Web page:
When Dick Cates’ father purchased the family’s Iowa County farm in the 1960s, it consisted of a few small tilled fields and largely unmanaged pastures.
Dick and his wife, Kim, turned it into an example of farming in a manner that is good for business and the land. Cates Family Farm is a grass-fed beef enterprise that included 700 acres of managed grazing land and 200 acres of managed forest. They direct-marketed their pasture-raised steers to grocery stores, restaurants, cafeterias and households around southern Wisconsin and Chicago.
Cates Family Farm
Since 1987, they worked to make the farm environmentally sound and profitable. They adopted rotational grazing practices and created a managed grazing system, added subdivision fencing and created stream crossings for livestock. They encourage the revitalization of a native oak savanna and care for Lowery Creek, a Class 2 trout stream that runs through their pastures. The stream supports healthy populations of brown, brook and rainbow trout.
Dick’s passion for land conservation and environmental improvement led to his involvement in planning the first Wisconsin grazing workshop in 1990. It grew into the state grazing conference, one of the premier grazing events in the Midwest.
Dick was a senior lecturer at the University of Wisconsin-Madison's Department of Soil Science. He also served as the director of the UW Center for Integrated Agricultural Systems, and the Wisconsin School for Beginning Dairy & Livestock Farmers, where he has mentored students for 20 years.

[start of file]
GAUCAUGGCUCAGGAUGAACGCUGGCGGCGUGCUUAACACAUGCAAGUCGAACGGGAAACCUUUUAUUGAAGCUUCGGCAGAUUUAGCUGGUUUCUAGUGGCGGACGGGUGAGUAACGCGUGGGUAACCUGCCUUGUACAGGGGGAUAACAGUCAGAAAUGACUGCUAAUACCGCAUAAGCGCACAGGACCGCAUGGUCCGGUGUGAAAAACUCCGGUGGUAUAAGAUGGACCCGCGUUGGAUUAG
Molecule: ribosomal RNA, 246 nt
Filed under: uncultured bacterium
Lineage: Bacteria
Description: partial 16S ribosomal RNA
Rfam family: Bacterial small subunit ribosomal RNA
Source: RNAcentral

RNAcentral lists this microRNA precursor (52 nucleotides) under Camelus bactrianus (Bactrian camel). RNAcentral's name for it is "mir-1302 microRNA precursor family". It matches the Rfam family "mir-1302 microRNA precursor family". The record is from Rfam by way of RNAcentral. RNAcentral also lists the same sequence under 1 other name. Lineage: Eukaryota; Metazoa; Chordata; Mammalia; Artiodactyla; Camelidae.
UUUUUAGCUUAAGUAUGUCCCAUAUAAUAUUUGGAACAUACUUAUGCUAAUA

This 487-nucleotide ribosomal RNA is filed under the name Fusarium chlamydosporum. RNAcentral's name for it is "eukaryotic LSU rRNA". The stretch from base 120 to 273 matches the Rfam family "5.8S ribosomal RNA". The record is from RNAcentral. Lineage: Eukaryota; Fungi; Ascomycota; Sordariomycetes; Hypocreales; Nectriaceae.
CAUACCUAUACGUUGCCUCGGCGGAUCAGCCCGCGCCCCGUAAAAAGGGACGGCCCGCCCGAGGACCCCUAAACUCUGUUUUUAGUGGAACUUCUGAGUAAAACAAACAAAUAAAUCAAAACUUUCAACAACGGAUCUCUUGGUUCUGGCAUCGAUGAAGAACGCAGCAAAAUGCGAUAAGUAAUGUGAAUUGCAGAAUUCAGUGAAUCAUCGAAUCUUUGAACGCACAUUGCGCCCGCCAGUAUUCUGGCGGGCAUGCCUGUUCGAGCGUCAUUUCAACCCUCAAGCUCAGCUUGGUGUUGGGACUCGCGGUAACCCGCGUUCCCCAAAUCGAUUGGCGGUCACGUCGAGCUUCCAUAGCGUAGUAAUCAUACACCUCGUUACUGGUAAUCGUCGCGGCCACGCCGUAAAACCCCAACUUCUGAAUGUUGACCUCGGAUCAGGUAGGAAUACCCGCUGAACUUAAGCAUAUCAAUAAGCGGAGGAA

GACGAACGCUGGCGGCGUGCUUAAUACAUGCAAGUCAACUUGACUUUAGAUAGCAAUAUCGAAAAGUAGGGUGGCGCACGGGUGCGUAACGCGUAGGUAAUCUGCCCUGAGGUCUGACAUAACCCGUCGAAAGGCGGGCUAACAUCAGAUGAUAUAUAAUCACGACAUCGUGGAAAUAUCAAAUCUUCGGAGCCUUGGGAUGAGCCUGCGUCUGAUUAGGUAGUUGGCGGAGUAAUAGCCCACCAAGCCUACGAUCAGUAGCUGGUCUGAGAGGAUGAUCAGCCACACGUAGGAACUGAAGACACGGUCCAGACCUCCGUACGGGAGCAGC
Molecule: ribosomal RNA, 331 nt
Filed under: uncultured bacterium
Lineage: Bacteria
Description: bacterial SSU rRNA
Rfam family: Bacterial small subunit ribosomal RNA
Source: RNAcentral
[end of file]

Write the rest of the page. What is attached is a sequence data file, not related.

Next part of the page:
“For me, conservation became not just a set of constraints, but a very positive part of my life that involved skill and learning to understand what the land could handle,” he said. “So I encourage the young farmers I’ve been training to look at that piece of land as your portrait and a statement of yourself, and try to understand how you and the land together as partners can do better. And that’s an uplifting way to farm. I think all of us want to do that, it’s a process of finding our way.”
"Dick and Kim love and respect the land and have this community sense about them,” said UW Extension Grazing Specialist Rhonda Gildersleeve. “They have found the middle ground where a profitable farming system can co-exist with excellent conservation and positive environmental impacts.”